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Calcutta’s Gen Z takes the dating game seriously and is setting new standards 

Farah Khatoon | Published 22.08.23, 08:12 AM
Aahana Dhar (right) and Ushoshi Sengupta during the announcement of ‘The Future of Dating Kolkata’ report at Salt House

Aahana Dhar (right) and Ushoshi Sengupta during the announcement of ‘The Future of Dating Kolkata’ report at Salt House

Rashebari Das

Calcuttans are setting a new standard in dating in India, giving priority to mental health issues and picking up ‘situationship’ as their relationship status. The report, ‘Future of Dating Kolkata Edition’, was unveiled at an event in Salt House with Aahana Dhar, director of communications, Tinder India, throwing light on the six trends spotted among Calcuttans. Sharing the stage with her were city influencer Sinjini Roychoudhury and Joshua Benjamin, a 25-year-old Tinder member. Both of them shared their dating experiences and also talked about what matters to them the most when getting into a relationship. Moderating the fun and insightful talk was model Ushoshi Sengupta.
According to the report, the first interesting finding is that Gen Z in Calcutta prefers to use terminology that doesn’t try to define a connection before they’re ready to, or even want to. So terms like vibing, kicking it, deep liking, and, of course, the word of the season, situationship, align more with how 18-25-year-olds perceive the dating process. In fact, 45 per cent of young singles in Calcuttans pick situationships.

The value of real connection and presenting their ‘true selves’ is high on Gen Z’s agenda when it comes to dating. Case in point is 86 per cent of young singles in Calcutta agree that being aligned on cultural values with a match is important to them. Intellectual stimulation is also an essential criterion with 72 per cent of surveyed singles rating alignment of current affairs and political beliefs with their potential partners as important.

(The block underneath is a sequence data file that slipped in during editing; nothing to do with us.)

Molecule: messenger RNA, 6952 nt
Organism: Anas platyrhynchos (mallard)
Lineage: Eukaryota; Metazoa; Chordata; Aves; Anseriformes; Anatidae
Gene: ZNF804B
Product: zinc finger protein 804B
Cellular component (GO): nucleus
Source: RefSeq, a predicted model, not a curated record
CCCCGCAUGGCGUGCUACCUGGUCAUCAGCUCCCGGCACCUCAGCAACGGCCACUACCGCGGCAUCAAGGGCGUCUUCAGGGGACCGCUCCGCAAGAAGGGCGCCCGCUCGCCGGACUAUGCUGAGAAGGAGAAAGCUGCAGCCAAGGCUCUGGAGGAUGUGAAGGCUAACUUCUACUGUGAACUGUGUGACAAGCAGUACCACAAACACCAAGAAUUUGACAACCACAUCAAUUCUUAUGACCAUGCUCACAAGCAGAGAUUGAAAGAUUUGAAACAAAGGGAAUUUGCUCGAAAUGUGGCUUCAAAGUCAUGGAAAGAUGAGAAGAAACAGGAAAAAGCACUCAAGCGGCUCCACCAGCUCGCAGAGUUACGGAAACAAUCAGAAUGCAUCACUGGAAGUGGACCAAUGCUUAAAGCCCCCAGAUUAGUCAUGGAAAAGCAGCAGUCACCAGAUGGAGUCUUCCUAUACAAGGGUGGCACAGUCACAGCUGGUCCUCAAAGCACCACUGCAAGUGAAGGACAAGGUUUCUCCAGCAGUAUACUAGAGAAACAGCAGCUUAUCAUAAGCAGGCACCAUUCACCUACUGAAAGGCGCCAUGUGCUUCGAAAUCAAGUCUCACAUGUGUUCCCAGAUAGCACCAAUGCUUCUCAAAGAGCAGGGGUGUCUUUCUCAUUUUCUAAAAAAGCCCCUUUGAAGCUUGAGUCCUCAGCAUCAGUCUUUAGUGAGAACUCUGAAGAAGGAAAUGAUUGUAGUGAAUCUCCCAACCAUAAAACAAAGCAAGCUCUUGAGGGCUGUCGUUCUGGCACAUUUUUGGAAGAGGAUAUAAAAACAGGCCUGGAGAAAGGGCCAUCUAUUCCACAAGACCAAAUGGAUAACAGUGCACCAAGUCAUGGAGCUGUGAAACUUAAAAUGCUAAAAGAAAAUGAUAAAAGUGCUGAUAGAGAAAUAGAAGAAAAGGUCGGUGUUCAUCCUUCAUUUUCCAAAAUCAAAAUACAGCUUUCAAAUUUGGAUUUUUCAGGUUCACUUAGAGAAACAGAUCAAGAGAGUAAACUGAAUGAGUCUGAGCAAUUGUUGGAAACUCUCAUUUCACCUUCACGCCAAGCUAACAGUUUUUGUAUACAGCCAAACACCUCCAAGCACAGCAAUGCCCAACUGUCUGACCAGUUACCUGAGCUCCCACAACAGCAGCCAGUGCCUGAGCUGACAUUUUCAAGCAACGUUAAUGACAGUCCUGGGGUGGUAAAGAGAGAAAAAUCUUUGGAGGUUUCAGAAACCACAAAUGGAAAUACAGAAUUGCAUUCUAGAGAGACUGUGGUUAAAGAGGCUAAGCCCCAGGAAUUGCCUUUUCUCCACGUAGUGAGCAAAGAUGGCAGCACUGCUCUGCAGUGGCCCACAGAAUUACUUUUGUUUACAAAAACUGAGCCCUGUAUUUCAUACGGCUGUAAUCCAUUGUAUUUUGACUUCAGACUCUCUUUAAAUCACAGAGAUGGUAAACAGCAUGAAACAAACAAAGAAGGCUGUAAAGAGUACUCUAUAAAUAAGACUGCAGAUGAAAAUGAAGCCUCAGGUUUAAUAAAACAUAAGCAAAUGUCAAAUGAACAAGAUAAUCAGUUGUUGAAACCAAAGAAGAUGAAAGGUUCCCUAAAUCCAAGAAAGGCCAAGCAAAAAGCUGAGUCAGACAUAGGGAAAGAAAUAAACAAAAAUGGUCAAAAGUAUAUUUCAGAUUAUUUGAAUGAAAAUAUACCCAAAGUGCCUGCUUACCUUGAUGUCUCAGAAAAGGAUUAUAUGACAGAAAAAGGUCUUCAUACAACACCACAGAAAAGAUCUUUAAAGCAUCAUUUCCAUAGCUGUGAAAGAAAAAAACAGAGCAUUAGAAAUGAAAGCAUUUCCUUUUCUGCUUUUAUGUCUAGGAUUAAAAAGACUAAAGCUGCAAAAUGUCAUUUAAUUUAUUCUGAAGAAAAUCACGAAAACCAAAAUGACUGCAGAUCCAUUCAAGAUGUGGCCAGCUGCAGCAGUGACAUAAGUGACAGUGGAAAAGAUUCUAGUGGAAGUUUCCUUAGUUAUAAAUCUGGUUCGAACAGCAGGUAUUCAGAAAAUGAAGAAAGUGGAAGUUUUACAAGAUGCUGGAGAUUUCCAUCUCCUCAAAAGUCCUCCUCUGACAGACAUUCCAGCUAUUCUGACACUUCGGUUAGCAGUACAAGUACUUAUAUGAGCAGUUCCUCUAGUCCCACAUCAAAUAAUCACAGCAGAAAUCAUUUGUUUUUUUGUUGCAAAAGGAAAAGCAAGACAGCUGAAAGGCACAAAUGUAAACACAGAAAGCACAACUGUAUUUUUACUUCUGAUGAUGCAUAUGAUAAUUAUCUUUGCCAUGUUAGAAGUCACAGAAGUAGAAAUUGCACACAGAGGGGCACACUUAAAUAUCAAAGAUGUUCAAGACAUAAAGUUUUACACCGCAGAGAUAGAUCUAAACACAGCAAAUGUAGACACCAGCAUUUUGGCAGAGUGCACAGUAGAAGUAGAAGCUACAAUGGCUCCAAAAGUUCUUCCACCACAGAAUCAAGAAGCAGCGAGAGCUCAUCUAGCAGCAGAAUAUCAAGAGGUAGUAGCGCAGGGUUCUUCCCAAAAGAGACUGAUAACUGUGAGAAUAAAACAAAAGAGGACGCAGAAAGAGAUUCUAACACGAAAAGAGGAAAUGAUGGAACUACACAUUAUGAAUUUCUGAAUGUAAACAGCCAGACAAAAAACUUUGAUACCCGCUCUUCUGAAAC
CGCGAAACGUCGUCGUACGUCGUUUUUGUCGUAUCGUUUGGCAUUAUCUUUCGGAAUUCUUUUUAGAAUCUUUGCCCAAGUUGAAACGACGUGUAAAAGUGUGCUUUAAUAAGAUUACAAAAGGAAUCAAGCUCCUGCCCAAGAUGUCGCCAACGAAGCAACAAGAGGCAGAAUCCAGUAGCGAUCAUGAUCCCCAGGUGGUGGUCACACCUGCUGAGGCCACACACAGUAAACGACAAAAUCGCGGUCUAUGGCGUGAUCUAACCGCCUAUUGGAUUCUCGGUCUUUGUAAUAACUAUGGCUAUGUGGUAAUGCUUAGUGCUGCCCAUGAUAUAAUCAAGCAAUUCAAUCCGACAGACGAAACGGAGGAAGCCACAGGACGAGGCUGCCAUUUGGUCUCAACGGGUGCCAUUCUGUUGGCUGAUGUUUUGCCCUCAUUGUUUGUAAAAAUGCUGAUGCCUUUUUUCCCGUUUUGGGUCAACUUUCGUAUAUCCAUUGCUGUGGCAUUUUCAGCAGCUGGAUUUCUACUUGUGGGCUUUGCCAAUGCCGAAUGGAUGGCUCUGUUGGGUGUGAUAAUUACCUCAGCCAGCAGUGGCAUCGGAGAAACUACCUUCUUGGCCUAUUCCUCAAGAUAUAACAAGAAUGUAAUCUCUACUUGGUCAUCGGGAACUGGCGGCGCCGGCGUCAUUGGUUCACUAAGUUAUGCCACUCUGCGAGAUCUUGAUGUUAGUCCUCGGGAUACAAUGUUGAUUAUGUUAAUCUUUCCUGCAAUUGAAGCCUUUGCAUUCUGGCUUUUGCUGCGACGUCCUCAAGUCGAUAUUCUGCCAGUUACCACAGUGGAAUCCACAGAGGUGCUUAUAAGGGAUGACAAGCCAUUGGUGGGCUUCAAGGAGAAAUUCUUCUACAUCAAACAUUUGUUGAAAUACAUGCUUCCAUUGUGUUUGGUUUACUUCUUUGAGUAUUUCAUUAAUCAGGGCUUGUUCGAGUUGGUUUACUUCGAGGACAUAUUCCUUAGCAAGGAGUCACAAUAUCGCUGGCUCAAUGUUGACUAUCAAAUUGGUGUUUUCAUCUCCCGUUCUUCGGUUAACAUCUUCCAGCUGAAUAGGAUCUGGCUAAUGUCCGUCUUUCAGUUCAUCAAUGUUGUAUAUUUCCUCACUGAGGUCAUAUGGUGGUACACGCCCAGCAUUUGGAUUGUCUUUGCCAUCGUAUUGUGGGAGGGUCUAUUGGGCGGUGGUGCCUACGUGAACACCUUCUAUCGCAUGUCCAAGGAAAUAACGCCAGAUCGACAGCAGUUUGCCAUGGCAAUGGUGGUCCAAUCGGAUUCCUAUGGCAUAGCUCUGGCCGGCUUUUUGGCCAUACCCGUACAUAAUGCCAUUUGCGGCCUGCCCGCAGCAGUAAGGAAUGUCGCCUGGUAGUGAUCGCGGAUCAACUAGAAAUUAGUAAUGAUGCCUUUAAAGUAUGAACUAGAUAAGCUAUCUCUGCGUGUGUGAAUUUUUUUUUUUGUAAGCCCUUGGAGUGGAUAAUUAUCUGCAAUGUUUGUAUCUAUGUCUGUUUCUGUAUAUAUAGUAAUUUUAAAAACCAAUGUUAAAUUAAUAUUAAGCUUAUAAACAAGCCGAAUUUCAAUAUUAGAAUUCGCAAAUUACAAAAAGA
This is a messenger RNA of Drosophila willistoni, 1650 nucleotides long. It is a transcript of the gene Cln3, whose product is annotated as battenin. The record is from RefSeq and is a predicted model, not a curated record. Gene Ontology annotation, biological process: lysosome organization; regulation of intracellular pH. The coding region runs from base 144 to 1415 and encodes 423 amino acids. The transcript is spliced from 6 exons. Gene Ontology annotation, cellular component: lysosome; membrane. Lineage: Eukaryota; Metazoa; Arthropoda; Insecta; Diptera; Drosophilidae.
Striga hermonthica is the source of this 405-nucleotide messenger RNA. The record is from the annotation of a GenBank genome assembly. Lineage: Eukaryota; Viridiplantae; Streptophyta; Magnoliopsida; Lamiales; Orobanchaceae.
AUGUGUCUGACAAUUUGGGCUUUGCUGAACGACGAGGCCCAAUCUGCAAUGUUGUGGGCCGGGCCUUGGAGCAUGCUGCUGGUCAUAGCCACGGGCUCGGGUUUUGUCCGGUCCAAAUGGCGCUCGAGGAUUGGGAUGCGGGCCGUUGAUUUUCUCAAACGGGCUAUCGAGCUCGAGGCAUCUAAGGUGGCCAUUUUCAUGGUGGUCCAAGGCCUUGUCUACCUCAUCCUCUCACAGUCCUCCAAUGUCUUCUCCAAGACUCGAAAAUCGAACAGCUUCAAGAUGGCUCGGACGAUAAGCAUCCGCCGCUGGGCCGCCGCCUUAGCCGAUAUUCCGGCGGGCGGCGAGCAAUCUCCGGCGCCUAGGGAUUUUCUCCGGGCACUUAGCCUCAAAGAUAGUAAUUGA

Another finding pointed out that for young singles in Calcutta, top first date of choice, and highest compared to any other city in India is festivals and cultural events. In fact, nearly 30 per cent of them use Tinder in Calcutta to find their perfect match during these festivities. Not just that, 43 per cent believe these cultural festivals are the perfect time to introduce a date to fam and friends, keeping it low-pressure.


Mental health gains priority among Gen Z and the findings reveal that 87 per cent of young singles in the city say that they find matches who prioritise their mental well-being more attractive and 85 per cent say that having a partner who values self care is critical to a happy relationship. It’s no coincidence that 81 per cent say they will never compromise on self-care practices or boundaries for a relationship, the highest amongst all cities in the country.

Lifestyle preferences and interests like shared music taste, compatibility in personality types, mutual love for travel, and a funny dating bio are some of the other factors that make a match most attractive.

The final point reveals that Gen Z is open to finding love in another city or making meaningful connections across borders. About 46 per cent of passport users globally use Tinder’s Passport but don’t travel to the place they have ‘passported to’ directly after, which suggests that Tinder members have a strong interest in exploring possibilities outside their immediate network.

The report is based on a study of 1,000 participants, 18-25-year-old dating singles across Delhi, Mumbai, Bangalore, Calcutta, Chandigarh, Chennai, Kochi, Jaipur, Hyderabad and Guwahati between April and May 2023.

Last updated on 22.08.23, 08:12 AM

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